Using Functionings To Estimate Equivalence Scales
AbstractEquivalence scales are used to enable welfare comparisons across heterogeneous households. In this paper, we propose to use the achievement of a certain level of functioning as the identifying assumption for the derivation of equivalence scales. This will allow us not only to deal with welfare comparisons between households of different size and composition, but will also enable us to incorporate other characteristics (such as location and employment status) in the creation of equivalence scales for welfare comparisons. The paper applies this approach to create equivalence scales for the functioning "shelter" using Belgian and Italian data. The analysis shows that the income differences associated with different characteristics only play a small role in explaining differences in functionings. An important policy message is therefore that compensating people for functioning shortfalls in monetary terms may not be sensible. Copyright 2005 Blackwell Publishing Ltd.
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Bibliographic InfoArticle provided by International Association for Research in Income and Wealth in its journal Review of Income and Wealth.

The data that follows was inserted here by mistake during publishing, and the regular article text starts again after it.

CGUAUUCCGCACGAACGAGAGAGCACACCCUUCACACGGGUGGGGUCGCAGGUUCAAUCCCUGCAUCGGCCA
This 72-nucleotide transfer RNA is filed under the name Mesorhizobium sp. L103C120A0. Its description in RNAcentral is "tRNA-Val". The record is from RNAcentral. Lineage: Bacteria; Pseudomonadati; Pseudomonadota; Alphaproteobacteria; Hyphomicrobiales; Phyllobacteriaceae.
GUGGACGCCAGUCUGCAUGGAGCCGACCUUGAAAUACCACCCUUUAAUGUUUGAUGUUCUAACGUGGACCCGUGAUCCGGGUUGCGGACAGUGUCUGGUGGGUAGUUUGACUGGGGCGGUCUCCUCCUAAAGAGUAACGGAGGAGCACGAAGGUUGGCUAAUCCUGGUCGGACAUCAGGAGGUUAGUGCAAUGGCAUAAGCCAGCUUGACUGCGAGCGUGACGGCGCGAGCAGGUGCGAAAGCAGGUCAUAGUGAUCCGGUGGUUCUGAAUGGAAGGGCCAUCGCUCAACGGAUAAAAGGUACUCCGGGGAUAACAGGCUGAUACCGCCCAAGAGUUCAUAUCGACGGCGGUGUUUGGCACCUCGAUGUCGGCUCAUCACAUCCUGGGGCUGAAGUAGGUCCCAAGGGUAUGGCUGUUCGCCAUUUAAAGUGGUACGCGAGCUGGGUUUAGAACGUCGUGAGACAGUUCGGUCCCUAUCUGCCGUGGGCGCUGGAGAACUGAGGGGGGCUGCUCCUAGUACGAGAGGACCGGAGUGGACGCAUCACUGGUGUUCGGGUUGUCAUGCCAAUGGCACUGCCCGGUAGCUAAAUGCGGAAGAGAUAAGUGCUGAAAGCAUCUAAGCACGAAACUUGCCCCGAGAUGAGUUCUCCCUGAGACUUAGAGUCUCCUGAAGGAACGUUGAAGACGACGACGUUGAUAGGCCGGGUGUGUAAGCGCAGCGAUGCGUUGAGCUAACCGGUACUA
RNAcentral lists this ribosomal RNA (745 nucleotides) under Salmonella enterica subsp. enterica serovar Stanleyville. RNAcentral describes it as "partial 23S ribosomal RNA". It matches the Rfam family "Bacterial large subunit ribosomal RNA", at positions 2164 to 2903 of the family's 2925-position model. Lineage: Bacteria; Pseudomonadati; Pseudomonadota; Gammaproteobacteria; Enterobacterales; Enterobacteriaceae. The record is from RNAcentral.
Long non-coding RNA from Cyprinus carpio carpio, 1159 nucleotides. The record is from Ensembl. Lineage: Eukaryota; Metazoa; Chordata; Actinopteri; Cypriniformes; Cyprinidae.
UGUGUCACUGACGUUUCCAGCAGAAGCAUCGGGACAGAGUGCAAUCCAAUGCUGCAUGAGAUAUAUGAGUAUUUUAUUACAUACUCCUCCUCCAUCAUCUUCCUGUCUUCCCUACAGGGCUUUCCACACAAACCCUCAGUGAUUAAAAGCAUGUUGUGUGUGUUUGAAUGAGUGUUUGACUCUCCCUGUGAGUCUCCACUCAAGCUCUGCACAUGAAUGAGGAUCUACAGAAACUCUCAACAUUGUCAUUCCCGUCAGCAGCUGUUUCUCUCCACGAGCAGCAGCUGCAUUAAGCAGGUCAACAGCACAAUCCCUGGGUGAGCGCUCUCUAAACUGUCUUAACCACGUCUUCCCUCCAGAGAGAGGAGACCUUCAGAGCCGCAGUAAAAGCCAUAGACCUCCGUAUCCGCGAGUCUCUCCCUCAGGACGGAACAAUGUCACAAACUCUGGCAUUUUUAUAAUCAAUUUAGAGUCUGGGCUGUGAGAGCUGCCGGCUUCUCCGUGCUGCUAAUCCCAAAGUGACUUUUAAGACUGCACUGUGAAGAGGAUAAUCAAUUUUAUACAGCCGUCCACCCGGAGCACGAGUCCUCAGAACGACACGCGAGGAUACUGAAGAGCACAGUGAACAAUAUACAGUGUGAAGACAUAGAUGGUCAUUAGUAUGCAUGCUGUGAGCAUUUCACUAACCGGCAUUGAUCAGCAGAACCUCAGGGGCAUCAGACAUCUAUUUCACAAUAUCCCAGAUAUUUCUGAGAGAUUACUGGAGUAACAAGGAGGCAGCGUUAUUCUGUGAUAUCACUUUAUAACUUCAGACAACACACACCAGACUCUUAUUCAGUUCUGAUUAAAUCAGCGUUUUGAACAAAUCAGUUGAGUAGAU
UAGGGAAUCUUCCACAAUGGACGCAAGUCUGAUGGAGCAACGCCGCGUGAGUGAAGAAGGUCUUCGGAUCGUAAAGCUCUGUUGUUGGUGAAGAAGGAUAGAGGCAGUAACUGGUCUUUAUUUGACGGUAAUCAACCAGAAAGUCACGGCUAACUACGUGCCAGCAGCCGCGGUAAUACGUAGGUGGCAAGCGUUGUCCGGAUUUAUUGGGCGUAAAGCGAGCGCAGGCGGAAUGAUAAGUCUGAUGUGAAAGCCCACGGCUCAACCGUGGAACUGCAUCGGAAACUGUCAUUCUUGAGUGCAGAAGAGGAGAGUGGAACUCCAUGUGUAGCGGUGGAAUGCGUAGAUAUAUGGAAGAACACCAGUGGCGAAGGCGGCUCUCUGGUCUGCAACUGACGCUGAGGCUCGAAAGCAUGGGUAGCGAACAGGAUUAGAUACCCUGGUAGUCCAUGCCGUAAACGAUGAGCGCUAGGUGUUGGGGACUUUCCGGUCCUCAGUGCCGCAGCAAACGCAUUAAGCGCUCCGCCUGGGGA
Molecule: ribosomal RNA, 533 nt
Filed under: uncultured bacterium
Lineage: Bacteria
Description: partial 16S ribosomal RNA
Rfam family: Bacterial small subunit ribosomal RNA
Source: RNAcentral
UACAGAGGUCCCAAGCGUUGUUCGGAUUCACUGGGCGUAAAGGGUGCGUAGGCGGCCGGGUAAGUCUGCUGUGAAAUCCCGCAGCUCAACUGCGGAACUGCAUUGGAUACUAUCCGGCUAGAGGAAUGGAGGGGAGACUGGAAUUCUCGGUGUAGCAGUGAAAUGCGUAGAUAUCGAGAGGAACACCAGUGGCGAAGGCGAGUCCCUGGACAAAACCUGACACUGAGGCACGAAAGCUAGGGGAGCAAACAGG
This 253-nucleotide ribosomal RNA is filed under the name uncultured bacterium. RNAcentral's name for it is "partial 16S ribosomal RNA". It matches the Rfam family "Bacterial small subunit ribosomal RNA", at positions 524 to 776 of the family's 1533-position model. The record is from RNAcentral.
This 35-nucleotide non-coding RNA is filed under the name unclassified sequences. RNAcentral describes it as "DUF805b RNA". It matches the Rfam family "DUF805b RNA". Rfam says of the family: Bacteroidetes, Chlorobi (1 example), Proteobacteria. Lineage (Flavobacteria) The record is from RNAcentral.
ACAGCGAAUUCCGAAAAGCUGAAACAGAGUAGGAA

Volume (Year): 51 (2005)
Issue (Month): 2 (06)
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Web page: http://www.blackwellpublishing.com/journal.asp?ref=0034-6586
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- Jurgen Faik, 2013. "Cross-sectional and longitudinal equivalence scales for West Germany based on subjective data on life satisfaction," Working Papers 306, ECINEQ, Society for the Study of Economic Inequality.
- Andrea Brandolini, 2008. "On applying synthetic indices of multidimensional well-being: health and income inequalities in selected EU countries," Temi di discussione (Economic working papers) 668, Bank of Italy, Economic Research and International Relations Area.
- Jürgen Faik, 2013. "Cross-Sectional and Longitudinal Equivalence Scales for West Germany Based on Subjective Data on Life Satisfaction: Paper Presented at the Fifth Meeting of the Society for the Study of Economic Inequa," SOEPpapers on Multidisciplinary Panel Data Research 575, DIW Berlin, The German Socio-Economic Panel (SOEP).
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